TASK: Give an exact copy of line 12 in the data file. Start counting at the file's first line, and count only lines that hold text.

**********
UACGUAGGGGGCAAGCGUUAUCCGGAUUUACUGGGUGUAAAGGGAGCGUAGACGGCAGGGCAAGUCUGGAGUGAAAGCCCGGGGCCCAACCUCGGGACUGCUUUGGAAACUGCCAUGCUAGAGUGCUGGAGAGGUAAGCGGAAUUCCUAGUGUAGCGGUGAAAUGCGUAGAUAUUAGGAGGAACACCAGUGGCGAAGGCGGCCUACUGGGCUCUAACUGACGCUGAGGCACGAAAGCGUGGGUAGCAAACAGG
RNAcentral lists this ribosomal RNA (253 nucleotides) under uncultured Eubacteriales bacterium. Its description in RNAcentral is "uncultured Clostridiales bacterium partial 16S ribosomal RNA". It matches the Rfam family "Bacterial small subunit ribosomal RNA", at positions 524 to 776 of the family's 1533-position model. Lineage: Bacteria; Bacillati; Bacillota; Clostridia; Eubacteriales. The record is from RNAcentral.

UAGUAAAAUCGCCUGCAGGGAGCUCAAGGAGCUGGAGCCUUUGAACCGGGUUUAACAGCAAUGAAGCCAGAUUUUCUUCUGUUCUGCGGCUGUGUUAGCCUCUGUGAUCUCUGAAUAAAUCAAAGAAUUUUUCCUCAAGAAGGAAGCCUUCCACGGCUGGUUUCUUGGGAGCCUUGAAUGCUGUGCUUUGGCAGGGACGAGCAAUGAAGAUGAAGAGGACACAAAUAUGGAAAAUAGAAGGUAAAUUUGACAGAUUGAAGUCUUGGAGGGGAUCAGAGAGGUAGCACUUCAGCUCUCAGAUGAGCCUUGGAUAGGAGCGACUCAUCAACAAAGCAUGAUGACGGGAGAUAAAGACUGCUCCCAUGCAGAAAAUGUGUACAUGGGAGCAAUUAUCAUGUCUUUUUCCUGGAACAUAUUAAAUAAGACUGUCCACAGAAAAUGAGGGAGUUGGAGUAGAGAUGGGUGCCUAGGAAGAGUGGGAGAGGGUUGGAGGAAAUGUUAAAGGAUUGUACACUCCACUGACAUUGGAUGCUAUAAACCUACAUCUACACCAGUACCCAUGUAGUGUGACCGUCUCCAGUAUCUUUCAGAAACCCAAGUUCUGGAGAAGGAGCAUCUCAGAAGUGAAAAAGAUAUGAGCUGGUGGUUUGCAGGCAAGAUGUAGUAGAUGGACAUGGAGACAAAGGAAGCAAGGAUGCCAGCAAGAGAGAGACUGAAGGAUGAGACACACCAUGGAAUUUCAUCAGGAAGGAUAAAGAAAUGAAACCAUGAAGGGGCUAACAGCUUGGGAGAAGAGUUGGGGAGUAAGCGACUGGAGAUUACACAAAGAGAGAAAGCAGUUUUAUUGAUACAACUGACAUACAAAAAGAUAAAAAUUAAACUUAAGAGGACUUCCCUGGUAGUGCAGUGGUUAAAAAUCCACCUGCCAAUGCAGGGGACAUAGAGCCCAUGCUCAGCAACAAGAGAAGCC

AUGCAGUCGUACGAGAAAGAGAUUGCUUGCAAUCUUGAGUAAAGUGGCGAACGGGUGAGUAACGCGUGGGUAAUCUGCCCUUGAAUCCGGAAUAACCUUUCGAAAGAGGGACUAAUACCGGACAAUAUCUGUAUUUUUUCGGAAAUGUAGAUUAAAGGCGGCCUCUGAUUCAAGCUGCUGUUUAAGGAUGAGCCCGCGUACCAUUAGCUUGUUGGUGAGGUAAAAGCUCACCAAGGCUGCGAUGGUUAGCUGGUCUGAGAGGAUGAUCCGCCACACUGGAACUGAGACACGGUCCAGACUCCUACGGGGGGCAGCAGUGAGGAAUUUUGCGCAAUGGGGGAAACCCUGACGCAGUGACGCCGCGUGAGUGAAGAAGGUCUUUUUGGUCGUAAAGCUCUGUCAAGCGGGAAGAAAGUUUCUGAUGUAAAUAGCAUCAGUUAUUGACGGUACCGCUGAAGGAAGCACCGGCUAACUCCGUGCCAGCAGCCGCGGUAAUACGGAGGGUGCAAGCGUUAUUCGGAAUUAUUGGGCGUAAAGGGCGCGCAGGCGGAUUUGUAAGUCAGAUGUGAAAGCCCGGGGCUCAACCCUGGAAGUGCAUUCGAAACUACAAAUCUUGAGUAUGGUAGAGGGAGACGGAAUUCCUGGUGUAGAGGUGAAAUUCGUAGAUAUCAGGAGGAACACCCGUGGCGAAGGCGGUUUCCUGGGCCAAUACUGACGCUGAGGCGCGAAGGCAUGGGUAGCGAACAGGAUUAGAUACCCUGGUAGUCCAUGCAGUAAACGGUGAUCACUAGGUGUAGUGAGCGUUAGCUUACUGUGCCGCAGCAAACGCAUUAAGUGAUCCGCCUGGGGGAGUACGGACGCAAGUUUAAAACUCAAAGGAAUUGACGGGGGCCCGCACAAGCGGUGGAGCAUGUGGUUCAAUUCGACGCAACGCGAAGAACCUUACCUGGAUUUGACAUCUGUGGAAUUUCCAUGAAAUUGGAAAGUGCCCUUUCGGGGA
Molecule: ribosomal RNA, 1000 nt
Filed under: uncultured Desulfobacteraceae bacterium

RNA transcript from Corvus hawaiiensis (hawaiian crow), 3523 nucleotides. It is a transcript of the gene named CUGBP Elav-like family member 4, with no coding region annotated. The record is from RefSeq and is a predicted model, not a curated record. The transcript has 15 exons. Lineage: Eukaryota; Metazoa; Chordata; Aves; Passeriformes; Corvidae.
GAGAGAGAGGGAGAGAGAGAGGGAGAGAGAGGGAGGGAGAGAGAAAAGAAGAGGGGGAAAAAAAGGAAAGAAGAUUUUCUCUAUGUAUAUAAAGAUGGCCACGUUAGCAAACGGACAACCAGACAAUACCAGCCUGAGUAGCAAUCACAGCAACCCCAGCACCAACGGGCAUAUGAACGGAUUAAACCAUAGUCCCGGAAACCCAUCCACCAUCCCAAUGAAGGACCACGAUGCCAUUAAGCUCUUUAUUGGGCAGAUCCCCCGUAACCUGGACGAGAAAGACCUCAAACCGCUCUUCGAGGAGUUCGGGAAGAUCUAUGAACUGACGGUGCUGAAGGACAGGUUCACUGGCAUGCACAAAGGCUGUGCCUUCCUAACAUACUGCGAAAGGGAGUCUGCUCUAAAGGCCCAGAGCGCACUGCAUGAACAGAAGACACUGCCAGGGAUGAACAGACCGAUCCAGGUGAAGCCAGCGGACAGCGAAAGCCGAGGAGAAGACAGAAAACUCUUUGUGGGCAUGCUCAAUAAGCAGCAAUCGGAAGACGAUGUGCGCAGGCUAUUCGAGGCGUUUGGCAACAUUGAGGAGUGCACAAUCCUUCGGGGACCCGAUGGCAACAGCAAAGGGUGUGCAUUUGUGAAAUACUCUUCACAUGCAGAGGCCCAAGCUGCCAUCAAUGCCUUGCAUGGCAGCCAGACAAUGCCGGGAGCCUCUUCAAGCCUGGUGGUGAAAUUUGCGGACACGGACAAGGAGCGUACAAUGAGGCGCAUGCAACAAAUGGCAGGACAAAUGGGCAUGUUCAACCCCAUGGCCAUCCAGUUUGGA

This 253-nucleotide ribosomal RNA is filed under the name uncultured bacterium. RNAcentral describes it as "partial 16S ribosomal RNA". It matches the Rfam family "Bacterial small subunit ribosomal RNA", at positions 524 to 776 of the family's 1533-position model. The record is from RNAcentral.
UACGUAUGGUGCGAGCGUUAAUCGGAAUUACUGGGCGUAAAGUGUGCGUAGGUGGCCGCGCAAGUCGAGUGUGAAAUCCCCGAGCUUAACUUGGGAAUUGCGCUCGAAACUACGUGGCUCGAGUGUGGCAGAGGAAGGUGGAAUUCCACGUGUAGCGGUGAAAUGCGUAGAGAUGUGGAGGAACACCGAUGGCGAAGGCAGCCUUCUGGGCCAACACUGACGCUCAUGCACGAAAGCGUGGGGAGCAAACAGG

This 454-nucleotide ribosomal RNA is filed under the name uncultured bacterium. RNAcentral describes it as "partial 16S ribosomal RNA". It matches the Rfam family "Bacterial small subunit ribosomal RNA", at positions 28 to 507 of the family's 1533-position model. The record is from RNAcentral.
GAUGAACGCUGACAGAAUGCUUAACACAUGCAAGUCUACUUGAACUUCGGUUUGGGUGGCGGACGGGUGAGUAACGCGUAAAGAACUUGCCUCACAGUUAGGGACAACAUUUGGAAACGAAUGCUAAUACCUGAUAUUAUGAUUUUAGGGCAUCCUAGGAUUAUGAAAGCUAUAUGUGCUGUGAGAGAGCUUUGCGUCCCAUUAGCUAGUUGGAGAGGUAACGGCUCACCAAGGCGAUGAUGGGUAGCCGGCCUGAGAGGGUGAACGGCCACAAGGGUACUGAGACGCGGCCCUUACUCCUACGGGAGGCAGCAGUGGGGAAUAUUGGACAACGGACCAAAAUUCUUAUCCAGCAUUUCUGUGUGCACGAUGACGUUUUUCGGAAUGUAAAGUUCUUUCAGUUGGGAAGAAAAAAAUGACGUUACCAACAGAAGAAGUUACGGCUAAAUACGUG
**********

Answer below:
GAUGAACGCUGACAGAAUGCUUAACACAUGCAAGUCUACUUGAACUUCGGUUUGGGUGGCGGACGGGUGAGUAACGCGUAAAGAACUUGCCUCACAGUUAGGGACAACAUUUGGAAACGAAUGCUAAUACCUGAUAUUAUGAUUUUAGGGCAUCCUAGGAUUAUGAAAGCUAUAUGUGCUGUGAGAGAGCUUUGCGUCCCAUUAGCUAGUUGGAGAGGUAACGGCUCACCAAGGCGAUGAUGGGUAGCCGGCCUGAGAGGGUGAACGGCCACAAGGGUACUGAGACGCGGCCCUUACUCCUACGGGAGGCAGCAGUGGGGAAUAUUGGACAACGGACCAAAAUUCUUAUCCAGCAUUUCUGUGUGCACGAUGACGUUUUUCGGAAUGUAAAGUUCUUUCAGUUGGGAAGAAAAAAAUGACGUUACCAACAGAAGAAGUUACGGCUAAAUACGUG